Seniors and small children are both at greater risk of developing Computer Vision Syndrome. Seniors should make sure that their workstations are set up to maximize their eye comfort and that they’ve reduced their exposure to glare as much as possible.

Workers over the age of 50, according to the American Optometric Association, actually require twice as much light as younger workers!

How many times has your son or daughter hopped on the computer after you were done with it? Small children share computers with adults, and can easily injure their eyes by using monitors in poor positions for their smaller statures.

Parents should try and ensure that their children are properly seated at a workstation adjusted for smaller heights. Parents should also make sure that children take eye vacations and learn proper computer skills at an early age.

As a final thought, stop squinting and straining to see your computer screen. Adjust your monitor so that you don’t need to. All that squinting and straining can lead to a host of issues related to CVS.

Also, try to keep up with the 10-10-10 Rule when working in front of a computer for long periods of time. Every 10 minutes, stop and look at something 10 feet away for at least 10 seconds.

If you are having these symptoms, be sure to discuss them with a qualified professional!

About the Author

Tyler Sorensen is the President and CEO of Rebuild Your Vision. Formerly, Tyler studied Aeronautics with the dreams of becoming an airline pilot, however, after 9/11 his career path changed. After graduating top of his class with a Bachelor of Science degree in Informational Technologies and Administrative Management, he and his brother decided to start Rebuild Your Vision in 2002. With the guidance of many eye care professionals, including Behavioral Optometrists, Optometrists (O.D.), and Ophthalmologists (Eye M.D.), Tyler has spent over a decade studying the inner workings of the eye and conducting research.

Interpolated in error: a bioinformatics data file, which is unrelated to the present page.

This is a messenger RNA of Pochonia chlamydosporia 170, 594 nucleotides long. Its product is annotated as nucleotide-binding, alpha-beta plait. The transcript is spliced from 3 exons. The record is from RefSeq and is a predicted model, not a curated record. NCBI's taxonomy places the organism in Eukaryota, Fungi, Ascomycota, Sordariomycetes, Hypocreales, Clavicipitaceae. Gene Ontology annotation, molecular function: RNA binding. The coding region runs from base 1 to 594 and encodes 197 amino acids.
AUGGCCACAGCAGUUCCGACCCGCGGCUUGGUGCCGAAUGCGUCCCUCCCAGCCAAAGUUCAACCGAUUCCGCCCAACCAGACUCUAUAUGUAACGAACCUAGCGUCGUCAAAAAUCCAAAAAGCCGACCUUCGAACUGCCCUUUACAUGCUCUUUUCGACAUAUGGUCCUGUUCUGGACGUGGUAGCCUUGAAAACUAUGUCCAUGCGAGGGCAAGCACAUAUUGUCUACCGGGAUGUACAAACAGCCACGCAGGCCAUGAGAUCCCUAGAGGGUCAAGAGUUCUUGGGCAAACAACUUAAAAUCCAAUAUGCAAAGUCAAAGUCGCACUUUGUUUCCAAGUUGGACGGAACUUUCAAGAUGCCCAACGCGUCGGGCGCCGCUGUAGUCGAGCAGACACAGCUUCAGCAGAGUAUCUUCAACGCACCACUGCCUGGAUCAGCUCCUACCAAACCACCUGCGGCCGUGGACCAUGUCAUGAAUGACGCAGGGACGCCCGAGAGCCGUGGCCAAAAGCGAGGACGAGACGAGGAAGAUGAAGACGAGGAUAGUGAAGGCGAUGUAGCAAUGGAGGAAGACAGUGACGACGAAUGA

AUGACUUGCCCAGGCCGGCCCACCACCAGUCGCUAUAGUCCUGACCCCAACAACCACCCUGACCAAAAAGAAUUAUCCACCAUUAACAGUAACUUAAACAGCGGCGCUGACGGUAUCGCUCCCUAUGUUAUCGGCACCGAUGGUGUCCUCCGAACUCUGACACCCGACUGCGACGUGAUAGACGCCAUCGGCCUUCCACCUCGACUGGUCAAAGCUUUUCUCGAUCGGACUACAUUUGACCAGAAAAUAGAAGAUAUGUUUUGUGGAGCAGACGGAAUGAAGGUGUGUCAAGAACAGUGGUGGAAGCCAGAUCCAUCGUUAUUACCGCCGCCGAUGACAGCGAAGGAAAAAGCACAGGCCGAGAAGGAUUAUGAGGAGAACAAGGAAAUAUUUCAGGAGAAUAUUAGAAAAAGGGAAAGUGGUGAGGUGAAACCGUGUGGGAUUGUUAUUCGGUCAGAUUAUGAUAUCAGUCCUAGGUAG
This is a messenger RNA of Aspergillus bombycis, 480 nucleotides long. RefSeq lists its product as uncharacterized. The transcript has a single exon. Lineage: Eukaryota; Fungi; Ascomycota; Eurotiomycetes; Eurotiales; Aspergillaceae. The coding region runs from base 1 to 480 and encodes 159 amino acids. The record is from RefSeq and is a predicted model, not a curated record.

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8 responses to “Computer Vision Syndrome 101 – CVS Tips”

  1. William says:

    These are some useful tips Tyler… thanks.

    I’ve found the 10-10-10 rule to be quite effective.

  2. says:

    Timely advice for everyone, old and young alike.

  3. Mohammed Imtiaz says:

    Dear Tyler,

    You guide is is really good. within 10 days of use my right eyes power has decreased from -4.25 to 4 only. Also I play a lot of computer games. The 10-10-10 rules and the distant night are good solutions for relaxing and preventing the eyes from damages.

  4. Andrew says:

    Hi Tyler, with my very strong reading glasses and a through a bit of a squint, I note that the spelling of pERform – at the end of 3) Take a break – is incorrect.

  5. Rabiu says:

    hi Tyler Sorensen, I receive your letters about vision. Sir I’m 45 , my problem is that I can’t read closely, this means I have (løng sighted) please which food or vegetable will be useing in order to solve the problem. thanks. And I wish you good lock and happy chrismas.